Nat, sharp as ever. One of the reasons we started Surround.io was to take advantage of the Moore’s Law driven wave of sensing technology. Since sensors are just carved out of silicon now, using the same process technology as digital electronics, sensors (cameras, accelerometers, mics, etc) are increasingly ubiquitous, cheap, and powerful. The challenge is software to process the flood of data.
tweets to reboot your thinking around the "camera" in your "phone." all these sensors are riding the silicon curve. https://t.co/LdQ96RiHiH
— Nat Brown (@natbro) August 6, 2016
Lots of blather about this. Two salient observations by Charles and Eric below. As Eric notes, it is impossible to think about launching a startup today without technology from Seattle.
@trengriffin Next time you hear the rhetoric ask the person on the other side to launch their company with no tech from Seattle
— Eric Fleischman (@efleis) August 6, 2016
An update to our geographic analysis of the Gartner IaaS Magic Quadrant.
Cloud City indeed. pic.twitter.com/bpbqMDkJbH
— Charles Fitzgerald (@charlesfitz) August 5, 2016
This seems pretty cool — Cold Casting. I don’t really want to work with hot metals, the last time I did that in college metallurgy lab a millions years ago, it was a near disaster. No scars but I remember the day well.
I was asked this recently. I draw from:
- The NYTimes Sunday Book Reviews. I especially enjoy the “By The Book” column, in which a living author talks about what they have read and are reading. Always some things off the beaten path there.
- The LA Times book reviews are useful as well.
- Various prize lists — Hugo, Nebula, Man Booker, Pulitzer, Nobel, Edgar. Tho I have found the Nobel prize winners to be rough rough going.
- Goodreads reviews and Amazon reviews. If a book doesn’t get great consensus reviews (or at least a strong positive rating from a subset of readers), I probably won’t read.
- I have a couple coworkers/friends who are big readers and I listen to their recos, and my college roommate is a voracious and critical reader, and I listen to him. And then anything that a family member recommends, I will consider.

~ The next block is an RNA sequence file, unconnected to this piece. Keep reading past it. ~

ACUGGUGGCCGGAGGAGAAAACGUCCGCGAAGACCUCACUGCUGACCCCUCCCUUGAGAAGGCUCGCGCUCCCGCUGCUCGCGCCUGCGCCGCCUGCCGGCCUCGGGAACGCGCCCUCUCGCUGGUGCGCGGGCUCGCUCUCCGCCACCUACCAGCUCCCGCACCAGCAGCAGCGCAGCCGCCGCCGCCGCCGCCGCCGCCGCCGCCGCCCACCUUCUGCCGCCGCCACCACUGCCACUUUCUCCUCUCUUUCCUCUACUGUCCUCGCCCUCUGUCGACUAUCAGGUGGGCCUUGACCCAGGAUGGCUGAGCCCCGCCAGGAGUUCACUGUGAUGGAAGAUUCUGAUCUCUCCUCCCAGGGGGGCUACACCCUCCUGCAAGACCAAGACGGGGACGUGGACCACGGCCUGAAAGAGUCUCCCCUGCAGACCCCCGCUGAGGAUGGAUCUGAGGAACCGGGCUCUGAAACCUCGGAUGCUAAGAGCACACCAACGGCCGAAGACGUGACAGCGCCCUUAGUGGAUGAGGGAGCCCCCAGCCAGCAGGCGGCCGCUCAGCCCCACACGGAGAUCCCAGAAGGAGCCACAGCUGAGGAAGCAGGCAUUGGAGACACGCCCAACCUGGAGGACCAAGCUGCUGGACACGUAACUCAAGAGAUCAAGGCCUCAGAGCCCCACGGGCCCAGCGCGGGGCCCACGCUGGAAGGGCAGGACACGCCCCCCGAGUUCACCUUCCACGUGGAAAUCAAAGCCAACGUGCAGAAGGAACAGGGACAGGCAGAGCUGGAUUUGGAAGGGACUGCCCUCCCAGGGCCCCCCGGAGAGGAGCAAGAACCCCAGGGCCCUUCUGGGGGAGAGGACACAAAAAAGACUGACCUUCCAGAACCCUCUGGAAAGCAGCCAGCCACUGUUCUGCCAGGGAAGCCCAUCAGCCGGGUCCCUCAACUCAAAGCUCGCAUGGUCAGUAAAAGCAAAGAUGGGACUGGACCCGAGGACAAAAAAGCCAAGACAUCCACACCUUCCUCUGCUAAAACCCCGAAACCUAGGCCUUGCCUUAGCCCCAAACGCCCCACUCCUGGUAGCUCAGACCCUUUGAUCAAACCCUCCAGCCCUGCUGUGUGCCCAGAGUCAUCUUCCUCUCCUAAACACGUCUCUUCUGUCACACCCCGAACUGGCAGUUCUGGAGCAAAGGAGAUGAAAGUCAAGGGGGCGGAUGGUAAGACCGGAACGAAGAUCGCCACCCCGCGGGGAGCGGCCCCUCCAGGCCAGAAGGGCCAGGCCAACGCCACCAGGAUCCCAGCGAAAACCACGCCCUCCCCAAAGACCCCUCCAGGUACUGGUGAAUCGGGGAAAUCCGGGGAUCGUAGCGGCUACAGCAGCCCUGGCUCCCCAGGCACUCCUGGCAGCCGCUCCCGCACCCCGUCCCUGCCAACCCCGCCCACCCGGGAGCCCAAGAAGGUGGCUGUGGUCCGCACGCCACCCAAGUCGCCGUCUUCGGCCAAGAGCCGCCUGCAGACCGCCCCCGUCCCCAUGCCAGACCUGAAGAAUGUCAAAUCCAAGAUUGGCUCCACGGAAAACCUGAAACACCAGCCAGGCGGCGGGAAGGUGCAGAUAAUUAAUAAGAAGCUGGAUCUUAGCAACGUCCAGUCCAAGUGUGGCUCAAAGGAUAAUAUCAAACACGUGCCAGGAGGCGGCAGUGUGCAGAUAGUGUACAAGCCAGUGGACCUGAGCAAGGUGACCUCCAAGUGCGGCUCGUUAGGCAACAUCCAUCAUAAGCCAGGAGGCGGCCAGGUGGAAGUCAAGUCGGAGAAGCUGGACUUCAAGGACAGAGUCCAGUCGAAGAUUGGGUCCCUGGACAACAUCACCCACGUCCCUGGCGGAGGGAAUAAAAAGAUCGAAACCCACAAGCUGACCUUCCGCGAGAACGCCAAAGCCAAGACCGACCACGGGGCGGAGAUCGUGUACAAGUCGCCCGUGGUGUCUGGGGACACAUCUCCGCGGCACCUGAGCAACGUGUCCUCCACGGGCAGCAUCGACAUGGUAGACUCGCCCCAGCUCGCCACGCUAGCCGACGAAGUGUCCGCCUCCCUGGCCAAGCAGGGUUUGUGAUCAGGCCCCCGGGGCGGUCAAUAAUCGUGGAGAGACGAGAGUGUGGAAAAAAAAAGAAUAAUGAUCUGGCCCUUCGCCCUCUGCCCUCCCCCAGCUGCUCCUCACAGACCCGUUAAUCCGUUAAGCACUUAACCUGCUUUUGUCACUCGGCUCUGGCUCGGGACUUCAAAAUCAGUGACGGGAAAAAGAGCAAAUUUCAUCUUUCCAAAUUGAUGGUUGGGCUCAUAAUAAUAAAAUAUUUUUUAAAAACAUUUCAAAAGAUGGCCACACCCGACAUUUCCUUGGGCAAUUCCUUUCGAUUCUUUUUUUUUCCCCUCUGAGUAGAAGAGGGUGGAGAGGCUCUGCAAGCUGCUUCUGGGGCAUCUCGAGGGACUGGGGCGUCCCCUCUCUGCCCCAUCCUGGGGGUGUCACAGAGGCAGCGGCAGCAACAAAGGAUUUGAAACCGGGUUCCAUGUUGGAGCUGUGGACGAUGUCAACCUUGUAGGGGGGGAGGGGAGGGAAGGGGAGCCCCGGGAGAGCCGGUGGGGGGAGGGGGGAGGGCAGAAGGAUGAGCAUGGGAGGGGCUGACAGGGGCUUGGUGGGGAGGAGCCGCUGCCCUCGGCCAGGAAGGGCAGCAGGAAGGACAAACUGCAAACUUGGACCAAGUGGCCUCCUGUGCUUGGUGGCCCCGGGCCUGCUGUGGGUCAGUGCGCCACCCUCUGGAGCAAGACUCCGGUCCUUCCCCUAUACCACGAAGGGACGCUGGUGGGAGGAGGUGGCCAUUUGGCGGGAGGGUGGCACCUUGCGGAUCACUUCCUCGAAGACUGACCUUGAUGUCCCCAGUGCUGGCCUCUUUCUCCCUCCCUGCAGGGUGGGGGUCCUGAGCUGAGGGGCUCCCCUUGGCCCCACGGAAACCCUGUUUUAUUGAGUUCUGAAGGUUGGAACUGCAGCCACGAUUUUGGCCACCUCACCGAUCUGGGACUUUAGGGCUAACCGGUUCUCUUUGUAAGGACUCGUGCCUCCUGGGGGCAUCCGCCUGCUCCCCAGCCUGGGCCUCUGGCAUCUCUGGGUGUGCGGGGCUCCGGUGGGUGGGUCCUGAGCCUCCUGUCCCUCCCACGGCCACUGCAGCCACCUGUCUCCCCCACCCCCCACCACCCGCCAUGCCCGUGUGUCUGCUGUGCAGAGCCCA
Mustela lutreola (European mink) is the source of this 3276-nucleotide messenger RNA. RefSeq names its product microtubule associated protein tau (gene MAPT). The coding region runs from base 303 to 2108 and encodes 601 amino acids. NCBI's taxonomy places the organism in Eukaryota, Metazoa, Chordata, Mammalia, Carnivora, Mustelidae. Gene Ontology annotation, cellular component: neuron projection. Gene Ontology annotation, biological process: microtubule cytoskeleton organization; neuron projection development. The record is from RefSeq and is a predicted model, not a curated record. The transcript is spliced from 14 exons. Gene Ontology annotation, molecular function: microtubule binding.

I will read just about any genre with a couple limitations. I find most popular business books to be horrible — 1 or 2 good ideas that are worthy of an article, but nothing worthy of a book. And I do not enjoy farce in any genre, just not my thing.
Atlas of Remote Islands by Judith Schalansky. 50 islands you will probably never visit, and a little bit of their story. Not your regular atlas, each entry is a little historical vignette about the island — shipwrecks, nuclear tests, settlement, abandonment, hope, loss. Tristan da Cunha really grabbed me for some reason.
- Unruly Places by Alastair Bonnett. The stories behind some of the most unusual and unlikely places on the globe — places belonging to no nation, to many nations, floating, underground, in the sky — and an understanding of the meaning and importance of place. Enjoyable.
- The Rook and Stiletto by Daniel O’Malley. Great suspenseful adventure in a world filled with magic — kind of a grown-up Harry Potter milieu. The first page grabs you — the protagonist awakens with no memory, in a park surrounded by bodies, and in her pocket is a note that says “Read Me”. Stiletto isn’t quite as strong but still a fund read.
- Dispatches From Pluto by Richard Grant. An English adventure writer decides to settle in the Mississippi Delta. Interesting look at the culture and issues of a part of the country that seems almost foreign to me.
- The Dog Stars by Peter Heller. A different kind of post-apocalyptic novel, the world has largely been emptied out, a very few people try to find their way and remain human.
- A Strangeness In My Mind by Orhan Pamuk. Tried to lift my literary sights, but as always, “Nobel Prize Winning” does not equal “interesting”.
- Niceville by Carsten Stroud. Not a nice place. Solid horror/mystery.